News - Ford - Ranger
Next-gen Ford Ranger edges closer
Ford details prototype testing regime ahead of Ranger’s end of year launch
21 Oct 2021
By MATT BROGAN
FORD has detailed the grueling testing regime undergone by its upcoming Ranger as part of an on-going teaser campaign ahead of the model’s launch at the of the year.
The blue oval says Australian input has been an imperative part of the ‘T7’ Ranger’s development, and that local engineers pulled no punches in ensuring the ute is not only capable and customer ready, but that it also meets Ford’s stringent quality, reliability, and durability standards.
Much of the Ranger’s testing took place in Australia, the variability of extreme conditions on offer ideal for ensuring the model’s fitness for sale in over 180 countries across the globe. Ford clocked up over 10,000km of desert driving it says is the equivalent of 1.25 million customer kilometres, and the equivalent of 625,000km of rugged off-road durability testing at maximum payload capacity.
“Earning a Built Ford Tough status is not something we take lightly. Every part of the next-generation Ranger was tested to the same standards we demand of every Ford vehicle,” chief program engineer John Willems said.
Ford said it will continue to test the Ranger not only in some of the toughest terrains in the world, but also in the laboratory. Here, engineers subject the Ranger to thousands of hours of computer simulations and thousands more of real-world simulations testing elements including aerodynamic performance and structural durability.
“It’s important that our customers are able to rely on Ranger to deliver years of dependable service. So, we’ve gone to great lengths to subject next-gen Ranger to extreme tests – stressing it much more than a typical consumer would – to help ensure it is ready to face everything life throws at it,” Mr Willems said.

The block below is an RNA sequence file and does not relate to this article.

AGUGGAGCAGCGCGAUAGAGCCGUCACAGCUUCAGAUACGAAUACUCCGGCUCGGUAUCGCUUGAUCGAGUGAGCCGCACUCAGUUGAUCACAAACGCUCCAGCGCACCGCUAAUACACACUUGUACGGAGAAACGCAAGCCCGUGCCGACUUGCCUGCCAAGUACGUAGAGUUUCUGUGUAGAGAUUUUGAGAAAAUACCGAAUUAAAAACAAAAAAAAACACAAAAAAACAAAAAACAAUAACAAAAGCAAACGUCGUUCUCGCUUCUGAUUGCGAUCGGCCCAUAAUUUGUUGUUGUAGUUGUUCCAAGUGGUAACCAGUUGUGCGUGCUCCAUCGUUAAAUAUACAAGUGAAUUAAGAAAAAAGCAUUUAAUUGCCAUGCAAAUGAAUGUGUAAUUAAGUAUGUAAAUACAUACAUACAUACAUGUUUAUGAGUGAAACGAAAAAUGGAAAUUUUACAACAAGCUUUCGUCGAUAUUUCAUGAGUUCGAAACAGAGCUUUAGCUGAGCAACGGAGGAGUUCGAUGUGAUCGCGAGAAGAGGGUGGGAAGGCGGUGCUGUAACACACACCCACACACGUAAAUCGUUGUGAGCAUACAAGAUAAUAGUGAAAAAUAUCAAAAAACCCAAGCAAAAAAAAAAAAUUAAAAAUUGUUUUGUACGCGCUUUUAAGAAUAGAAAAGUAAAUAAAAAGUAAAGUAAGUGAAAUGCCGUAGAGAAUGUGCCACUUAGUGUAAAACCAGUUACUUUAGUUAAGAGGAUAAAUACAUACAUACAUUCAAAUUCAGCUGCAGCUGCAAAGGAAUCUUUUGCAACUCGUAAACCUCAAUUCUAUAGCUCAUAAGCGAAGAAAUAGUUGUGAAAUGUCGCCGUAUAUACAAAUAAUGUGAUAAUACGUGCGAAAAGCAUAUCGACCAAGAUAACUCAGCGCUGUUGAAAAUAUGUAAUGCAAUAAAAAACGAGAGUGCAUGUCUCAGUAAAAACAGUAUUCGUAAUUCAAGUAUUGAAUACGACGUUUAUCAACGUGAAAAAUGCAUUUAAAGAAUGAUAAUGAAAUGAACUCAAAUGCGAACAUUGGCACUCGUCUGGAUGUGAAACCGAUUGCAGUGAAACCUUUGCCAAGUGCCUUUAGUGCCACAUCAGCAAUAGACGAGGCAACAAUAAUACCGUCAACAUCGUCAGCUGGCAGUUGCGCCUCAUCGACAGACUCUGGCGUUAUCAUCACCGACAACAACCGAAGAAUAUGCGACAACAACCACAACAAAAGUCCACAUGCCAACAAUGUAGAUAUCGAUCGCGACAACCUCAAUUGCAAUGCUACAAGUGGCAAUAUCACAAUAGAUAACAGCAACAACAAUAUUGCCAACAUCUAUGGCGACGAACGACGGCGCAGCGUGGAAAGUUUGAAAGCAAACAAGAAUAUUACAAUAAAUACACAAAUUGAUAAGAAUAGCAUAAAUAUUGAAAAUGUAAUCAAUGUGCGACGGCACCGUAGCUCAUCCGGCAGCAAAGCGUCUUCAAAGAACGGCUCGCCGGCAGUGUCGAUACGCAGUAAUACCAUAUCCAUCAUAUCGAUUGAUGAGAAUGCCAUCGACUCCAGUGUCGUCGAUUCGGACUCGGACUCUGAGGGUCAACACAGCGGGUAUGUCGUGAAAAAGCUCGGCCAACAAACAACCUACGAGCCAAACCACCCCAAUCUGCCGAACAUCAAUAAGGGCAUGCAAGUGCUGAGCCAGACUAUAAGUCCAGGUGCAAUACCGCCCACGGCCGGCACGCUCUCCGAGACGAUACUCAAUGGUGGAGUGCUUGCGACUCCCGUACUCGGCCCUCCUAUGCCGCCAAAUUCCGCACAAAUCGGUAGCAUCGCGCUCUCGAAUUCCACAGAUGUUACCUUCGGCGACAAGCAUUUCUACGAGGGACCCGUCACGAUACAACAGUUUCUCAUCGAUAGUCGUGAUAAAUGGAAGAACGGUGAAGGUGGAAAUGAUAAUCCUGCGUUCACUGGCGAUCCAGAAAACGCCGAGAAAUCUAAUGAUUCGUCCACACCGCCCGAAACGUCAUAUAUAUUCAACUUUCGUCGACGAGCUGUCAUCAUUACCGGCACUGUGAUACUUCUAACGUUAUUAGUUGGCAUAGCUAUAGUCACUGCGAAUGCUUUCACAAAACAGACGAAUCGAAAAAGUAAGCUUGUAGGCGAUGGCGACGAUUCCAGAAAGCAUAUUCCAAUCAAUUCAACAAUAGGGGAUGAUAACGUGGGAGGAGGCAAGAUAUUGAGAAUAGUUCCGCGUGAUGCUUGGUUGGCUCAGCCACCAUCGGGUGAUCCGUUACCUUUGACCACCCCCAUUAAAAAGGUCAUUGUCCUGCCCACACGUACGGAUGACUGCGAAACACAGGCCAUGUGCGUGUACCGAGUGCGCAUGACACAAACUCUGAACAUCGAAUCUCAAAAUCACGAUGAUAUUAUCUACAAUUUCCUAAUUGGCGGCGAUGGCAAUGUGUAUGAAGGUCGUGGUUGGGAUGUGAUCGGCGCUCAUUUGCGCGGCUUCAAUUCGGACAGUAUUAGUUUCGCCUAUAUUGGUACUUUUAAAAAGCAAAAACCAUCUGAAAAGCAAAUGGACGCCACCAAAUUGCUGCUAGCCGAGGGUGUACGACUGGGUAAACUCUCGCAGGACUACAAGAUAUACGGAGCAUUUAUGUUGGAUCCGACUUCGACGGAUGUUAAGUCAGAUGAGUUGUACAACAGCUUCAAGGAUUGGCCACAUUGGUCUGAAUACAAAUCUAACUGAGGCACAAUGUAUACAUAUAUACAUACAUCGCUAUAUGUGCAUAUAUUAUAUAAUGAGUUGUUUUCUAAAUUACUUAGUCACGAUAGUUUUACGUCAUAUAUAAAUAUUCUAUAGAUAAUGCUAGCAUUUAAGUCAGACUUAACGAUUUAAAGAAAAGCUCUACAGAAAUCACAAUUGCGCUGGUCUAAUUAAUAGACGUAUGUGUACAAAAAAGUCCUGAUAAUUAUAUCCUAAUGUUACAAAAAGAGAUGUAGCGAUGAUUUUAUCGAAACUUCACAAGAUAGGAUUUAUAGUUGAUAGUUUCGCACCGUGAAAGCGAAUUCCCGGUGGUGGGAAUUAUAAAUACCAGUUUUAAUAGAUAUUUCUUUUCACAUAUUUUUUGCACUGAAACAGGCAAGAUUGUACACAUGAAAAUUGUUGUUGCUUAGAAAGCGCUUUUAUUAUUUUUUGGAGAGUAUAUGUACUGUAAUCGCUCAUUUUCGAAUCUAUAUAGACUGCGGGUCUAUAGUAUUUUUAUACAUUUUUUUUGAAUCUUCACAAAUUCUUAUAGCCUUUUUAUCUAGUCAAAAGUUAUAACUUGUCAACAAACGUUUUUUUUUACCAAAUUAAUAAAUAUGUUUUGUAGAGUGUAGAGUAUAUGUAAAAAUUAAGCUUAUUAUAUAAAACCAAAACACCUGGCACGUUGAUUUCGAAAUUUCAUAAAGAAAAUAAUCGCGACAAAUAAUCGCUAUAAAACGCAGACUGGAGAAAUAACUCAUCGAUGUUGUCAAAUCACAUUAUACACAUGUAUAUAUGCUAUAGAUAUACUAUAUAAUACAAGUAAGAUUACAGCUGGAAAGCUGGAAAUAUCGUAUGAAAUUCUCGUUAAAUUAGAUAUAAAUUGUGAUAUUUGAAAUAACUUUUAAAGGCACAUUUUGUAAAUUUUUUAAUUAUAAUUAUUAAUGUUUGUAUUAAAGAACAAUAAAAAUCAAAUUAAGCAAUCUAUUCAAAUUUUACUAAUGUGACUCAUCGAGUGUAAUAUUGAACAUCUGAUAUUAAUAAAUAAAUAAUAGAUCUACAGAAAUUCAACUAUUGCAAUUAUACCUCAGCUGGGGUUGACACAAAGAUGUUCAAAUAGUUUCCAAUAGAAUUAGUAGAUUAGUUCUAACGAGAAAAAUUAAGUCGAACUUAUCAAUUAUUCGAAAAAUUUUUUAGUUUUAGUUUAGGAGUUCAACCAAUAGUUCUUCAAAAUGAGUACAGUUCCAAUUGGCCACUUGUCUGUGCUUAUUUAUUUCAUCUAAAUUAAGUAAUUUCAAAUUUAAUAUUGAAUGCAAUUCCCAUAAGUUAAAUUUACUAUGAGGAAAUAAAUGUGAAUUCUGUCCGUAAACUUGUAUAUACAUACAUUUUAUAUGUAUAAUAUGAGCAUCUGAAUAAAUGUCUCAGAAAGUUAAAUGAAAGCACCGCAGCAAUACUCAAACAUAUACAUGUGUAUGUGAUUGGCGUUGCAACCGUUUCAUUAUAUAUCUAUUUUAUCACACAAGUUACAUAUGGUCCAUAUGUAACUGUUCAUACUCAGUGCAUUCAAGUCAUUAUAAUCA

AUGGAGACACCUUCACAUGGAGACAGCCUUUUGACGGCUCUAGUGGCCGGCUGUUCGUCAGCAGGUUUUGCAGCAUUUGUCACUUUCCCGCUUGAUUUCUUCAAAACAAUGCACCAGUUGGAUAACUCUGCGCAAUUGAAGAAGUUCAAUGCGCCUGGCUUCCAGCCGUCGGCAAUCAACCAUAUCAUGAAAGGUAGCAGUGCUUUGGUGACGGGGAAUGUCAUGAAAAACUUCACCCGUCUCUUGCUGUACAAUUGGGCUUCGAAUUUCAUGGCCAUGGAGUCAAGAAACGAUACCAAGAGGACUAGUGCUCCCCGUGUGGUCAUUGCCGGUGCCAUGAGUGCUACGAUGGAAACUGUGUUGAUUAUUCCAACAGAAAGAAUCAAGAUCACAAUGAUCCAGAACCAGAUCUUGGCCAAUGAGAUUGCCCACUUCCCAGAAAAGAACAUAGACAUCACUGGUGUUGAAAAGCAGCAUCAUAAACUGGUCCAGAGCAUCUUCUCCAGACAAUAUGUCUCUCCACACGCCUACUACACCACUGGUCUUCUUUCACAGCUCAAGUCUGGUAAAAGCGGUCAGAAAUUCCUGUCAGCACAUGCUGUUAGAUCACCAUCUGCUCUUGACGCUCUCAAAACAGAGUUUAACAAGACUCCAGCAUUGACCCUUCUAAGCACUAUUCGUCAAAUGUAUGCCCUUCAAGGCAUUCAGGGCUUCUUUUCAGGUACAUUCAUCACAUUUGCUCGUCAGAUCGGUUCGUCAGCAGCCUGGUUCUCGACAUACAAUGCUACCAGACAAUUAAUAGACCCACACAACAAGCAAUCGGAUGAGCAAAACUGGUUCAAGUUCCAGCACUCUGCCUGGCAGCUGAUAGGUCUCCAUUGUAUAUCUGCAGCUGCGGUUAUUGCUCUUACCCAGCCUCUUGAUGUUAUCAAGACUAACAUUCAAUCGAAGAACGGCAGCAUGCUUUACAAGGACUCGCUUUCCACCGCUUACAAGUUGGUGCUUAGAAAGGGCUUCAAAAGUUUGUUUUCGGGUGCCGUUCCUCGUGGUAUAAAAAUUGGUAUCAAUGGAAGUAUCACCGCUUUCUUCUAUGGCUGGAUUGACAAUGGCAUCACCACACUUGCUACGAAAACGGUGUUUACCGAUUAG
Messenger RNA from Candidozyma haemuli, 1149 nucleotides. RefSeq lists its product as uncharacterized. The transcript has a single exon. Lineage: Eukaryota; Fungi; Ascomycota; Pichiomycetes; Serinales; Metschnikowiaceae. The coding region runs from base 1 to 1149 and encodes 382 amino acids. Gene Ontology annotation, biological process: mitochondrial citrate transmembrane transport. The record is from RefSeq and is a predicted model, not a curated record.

“Whether it’s tackling muddy bush tracks, coping with the rigours of extreme tropical weather, towing over alpine passes, or enduring temperatures of more than 50° Celsius, Ranger has to do it all.
“Computer simulations have helped us speed up development, while lab testing has helped us refine and test specific components – but there really is no replacement for real-world testing to really see how it stands up to years of customer use.”
Ford said the laboratory testing, which takes place at its facilities across the globe, mimics a variety of real-world scenarios and that the latest Ranger has been subjected to more physical and virtual testing than any iteration before it.
Some tests are deemed too rigorous for humans to endure, says Ford, with engineers instead utilising computer simulations and robotics in instances where continual and repeated test cycles are performed.
“Our job as engineers is to translate the customer experience insights into a clear product definition brief for the engineering group, which becomes the absolute reference for engineers. This is particularly important for the Ranger, given we are developing it to be sold across the globe,” Mr Willems said.
Ford Australia says its next-generation utility will be the “most capable and most connected Ranger yet” when it debuts before the end of 2022. Full specification and pricing details will be announced closer to the model’s launch.
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